Thursday, January 25, 2007
I had half planned for this (Homechoice boxes don't last long) - awhile back I bought an Intel InBusiness Internet Station, a little router device that uses old analogue modems. However I haven't been able to get it working with a Tiscali pay as you go dialup account (Tiscali didn't work with the iStation, the laptop with a modem attache or a Compaq "Internet Terminal"). I assume that my Tiscali account is still active as I can log in to the web mail and check my mail, so maybe nobody uses Tiscali's dialup anymore so nobody's noticed it no longer works. However I was able to get an "anonymous" ISP (ie, an ISP you don't need to sign up to) to work, so I was able to login and get my email. My Amstrad emailer came in handy here - it's difficult to get internet access without internet access - fortunately I was able to browse the web with the emailer to find the anonymous ISP.
The other thing I've done is set up BT Openzone - I'm typing this at South Mimms Service Station, while eating dinner. They have a £5 (+VAT) a month for 500 minutes subscription offer, which I've been meaning to subscribe to for some time. I'll post more about BT Openzone at some point.
I'm not overly pleased with Homechoice - I phoned them up to tell them that my box had died and they told me that an engineer would call the next day. I phoned them on Sunday, nobody phoned me until Wednesday. Hopefully, they should be coming around Saturday afternoon to replace the box.
Thursday, January 18, 2007
- Toy Providers - These are providers that use proprietary protocols and you're stuck using their software. These providers have little to distinguish them from regular Instant Messaging - as IM as long had Voice capabilities.
- Consumer-Unfriendly providers. These are providers that use open protocols but don't let their users benefit from it.
- Consumer-Friendly providers. Open protocols, with the basic information needed to use their service from whatever client the user wants, not just the provider's own client.
I'd say that it's really a spectrum from 1 to 2 to 3. Tiscali and Skype are certainly in the toy provider realm, I call them toy providers because what they are offering is little more than a toy - something to play with, but not much else. AOL's service is based on SIP (which means it had the potential to be more than a toy) but modified so that the SIP base only benefits "partners" of AOL, not AOL's users - a consumer unfriendly act that leaves AIM Phoneline as little more than a toy. Some providers may have terms in their T&C's that state that you can only use their software with the service even though they use open protocols - this is consumer unfriendly behaviour that is absurd - it's like having a website and requiring everyone to use the website's own browser. Others may use open protocols but not federate with other providers (but at least allow users to use whatever software they want). And then there are the providers that are open and federated and provide the needed information to use whatever software their users want (such as Gizmo).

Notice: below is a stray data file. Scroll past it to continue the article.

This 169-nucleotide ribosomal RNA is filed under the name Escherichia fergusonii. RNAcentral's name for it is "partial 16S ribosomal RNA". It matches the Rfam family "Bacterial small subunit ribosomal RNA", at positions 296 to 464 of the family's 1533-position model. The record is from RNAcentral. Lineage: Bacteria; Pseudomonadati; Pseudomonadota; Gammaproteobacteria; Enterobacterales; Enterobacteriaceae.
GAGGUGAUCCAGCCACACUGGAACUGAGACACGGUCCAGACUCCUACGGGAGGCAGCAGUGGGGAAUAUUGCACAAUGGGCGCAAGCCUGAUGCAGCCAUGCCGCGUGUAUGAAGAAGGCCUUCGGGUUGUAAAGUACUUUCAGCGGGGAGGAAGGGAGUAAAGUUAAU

Wednesday, January 17, 2007
A few points, looking at a page on audio codecs at Broadcom, it appears that DECT uses G.726 (which encompasses G.721 and G.723) The VIP-462DG supports G.711, G.723.1A, G.729A - so it looks like some codec conversion communication is possible. It's router, so it has a WAN port and 4 LAN ports (with a builtin NAT/Firewall) - what I really want is a cheap standalone device, not another router (I'd don't need another router)
- A standalone FXS that supports UK caller id. Something small that you could plug in near your master socket and that would connect to the home network via ethernet and/or WiFi
- A standalone Cellular gateway. Similar to the standalone FXS, except you put a SIM card in it and it connects to the GSM (and maybe even 3G) network. These exist (at least with GSM if not 3G) but are expensive. The lowest cost idea I have for connecting Asterisk to GSM networks involves going through a soundcard, which seems like a great way to get poor quality audio (GSM -> Analogue -> GSM can't be great).
- A standalone DECT gateway. A simple device that lets you use DECT phones.
- A standalone Bluetooth gateway. A simple device so that you can use your bluetooth headset. Fairly unnecessary, but what the hell (maybe it could be combined with the DECT gateway).
- Simple, standalone FXOs. No built in routers/firewalls, just one ethernet port and one RJ-11 port (or even a BT port). Maybe even a WiFi version. Ideally it would generate UK Caller ID signals and ADSI. Digium's IAXy seems to be this sort of device, but it's outside my definition of "cheap" (I'm not saying it's expensive, it's just out side my 30 quid "what the hell" price range).
Tuesday, January 16, 2007
Monday, January 15, 2007